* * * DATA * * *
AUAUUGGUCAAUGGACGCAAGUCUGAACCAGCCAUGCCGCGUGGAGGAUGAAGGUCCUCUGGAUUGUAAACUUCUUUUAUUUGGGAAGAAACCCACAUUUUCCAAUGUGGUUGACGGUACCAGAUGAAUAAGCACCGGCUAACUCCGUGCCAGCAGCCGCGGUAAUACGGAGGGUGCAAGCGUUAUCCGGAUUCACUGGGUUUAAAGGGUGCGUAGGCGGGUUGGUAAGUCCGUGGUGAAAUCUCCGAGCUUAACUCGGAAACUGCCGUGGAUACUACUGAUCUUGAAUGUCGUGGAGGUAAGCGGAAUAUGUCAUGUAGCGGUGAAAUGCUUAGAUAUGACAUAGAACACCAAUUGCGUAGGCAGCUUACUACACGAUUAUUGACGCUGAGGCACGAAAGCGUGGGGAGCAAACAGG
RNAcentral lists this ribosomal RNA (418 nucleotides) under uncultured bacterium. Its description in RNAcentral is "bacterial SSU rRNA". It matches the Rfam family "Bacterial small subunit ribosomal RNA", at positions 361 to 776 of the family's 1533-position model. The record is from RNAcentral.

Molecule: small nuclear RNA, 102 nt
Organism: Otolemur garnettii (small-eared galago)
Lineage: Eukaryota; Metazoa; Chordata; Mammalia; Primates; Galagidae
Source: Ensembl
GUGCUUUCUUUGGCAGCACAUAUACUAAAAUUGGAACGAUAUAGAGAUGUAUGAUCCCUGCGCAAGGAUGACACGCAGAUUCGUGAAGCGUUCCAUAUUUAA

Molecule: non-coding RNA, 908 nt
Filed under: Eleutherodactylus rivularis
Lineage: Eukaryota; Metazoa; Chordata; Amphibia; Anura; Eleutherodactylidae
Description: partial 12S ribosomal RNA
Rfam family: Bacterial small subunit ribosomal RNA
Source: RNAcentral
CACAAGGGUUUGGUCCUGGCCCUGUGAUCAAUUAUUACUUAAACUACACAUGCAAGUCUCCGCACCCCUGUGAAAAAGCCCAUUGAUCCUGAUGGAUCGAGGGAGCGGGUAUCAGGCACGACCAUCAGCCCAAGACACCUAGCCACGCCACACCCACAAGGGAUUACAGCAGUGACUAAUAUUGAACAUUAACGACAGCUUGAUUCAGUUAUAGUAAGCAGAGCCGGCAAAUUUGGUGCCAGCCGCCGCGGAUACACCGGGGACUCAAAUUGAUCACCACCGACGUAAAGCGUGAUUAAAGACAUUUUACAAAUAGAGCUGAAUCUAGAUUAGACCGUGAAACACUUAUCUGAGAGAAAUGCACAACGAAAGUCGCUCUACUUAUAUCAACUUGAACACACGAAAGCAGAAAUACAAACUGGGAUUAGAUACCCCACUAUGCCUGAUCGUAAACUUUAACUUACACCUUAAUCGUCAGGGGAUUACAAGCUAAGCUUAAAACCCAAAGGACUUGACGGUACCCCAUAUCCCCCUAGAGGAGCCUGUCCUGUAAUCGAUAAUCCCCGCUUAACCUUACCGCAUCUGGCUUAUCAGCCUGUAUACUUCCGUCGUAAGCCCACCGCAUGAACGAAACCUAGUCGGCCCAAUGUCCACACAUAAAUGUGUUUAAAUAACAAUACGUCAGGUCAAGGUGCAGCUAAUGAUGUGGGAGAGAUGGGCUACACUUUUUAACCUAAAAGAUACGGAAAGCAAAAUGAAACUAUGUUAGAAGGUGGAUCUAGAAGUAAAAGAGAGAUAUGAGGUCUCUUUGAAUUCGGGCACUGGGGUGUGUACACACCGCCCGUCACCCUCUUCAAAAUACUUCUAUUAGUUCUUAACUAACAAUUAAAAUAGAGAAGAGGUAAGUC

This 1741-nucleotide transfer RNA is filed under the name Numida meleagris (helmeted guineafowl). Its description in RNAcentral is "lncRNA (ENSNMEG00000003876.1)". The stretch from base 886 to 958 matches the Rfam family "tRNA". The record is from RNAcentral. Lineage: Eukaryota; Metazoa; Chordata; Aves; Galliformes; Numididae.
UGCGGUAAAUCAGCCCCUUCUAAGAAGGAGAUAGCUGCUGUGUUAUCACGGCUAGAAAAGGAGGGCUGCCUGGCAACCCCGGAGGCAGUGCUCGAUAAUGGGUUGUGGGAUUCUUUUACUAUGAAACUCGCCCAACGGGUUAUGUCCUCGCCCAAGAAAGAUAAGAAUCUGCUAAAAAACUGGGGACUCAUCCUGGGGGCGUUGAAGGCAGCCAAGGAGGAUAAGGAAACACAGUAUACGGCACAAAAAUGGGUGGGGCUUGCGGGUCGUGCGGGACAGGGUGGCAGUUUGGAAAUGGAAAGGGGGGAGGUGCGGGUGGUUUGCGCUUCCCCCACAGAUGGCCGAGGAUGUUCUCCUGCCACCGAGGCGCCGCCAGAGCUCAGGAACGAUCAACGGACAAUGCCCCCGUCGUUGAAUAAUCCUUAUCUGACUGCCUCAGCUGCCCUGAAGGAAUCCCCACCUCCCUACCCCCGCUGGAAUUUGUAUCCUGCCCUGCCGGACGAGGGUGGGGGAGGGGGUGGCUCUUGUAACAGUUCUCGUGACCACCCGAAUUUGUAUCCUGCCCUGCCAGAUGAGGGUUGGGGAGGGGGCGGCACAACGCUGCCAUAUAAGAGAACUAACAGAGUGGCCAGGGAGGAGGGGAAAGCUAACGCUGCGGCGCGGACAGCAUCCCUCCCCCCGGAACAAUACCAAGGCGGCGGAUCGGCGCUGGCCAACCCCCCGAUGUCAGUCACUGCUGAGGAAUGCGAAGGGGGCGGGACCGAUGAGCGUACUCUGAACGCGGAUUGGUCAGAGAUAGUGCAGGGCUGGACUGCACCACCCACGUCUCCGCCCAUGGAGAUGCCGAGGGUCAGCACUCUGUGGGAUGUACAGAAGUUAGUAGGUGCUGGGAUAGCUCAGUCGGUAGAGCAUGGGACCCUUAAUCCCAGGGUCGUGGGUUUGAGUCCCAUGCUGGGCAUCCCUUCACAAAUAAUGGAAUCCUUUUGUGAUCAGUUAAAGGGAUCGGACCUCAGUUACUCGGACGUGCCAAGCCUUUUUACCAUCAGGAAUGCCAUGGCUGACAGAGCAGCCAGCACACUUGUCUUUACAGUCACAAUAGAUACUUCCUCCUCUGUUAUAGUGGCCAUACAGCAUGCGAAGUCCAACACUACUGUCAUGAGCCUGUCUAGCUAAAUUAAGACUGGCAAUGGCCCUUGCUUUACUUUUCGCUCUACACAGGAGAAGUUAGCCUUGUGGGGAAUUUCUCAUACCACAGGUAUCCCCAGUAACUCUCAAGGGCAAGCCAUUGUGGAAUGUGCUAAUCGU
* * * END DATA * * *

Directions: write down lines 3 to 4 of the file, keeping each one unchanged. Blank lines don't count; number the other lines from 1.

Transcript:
Molecule: small nuclear RNA, 102 nt
Organism: Otolemur garnettii (small-eared galago)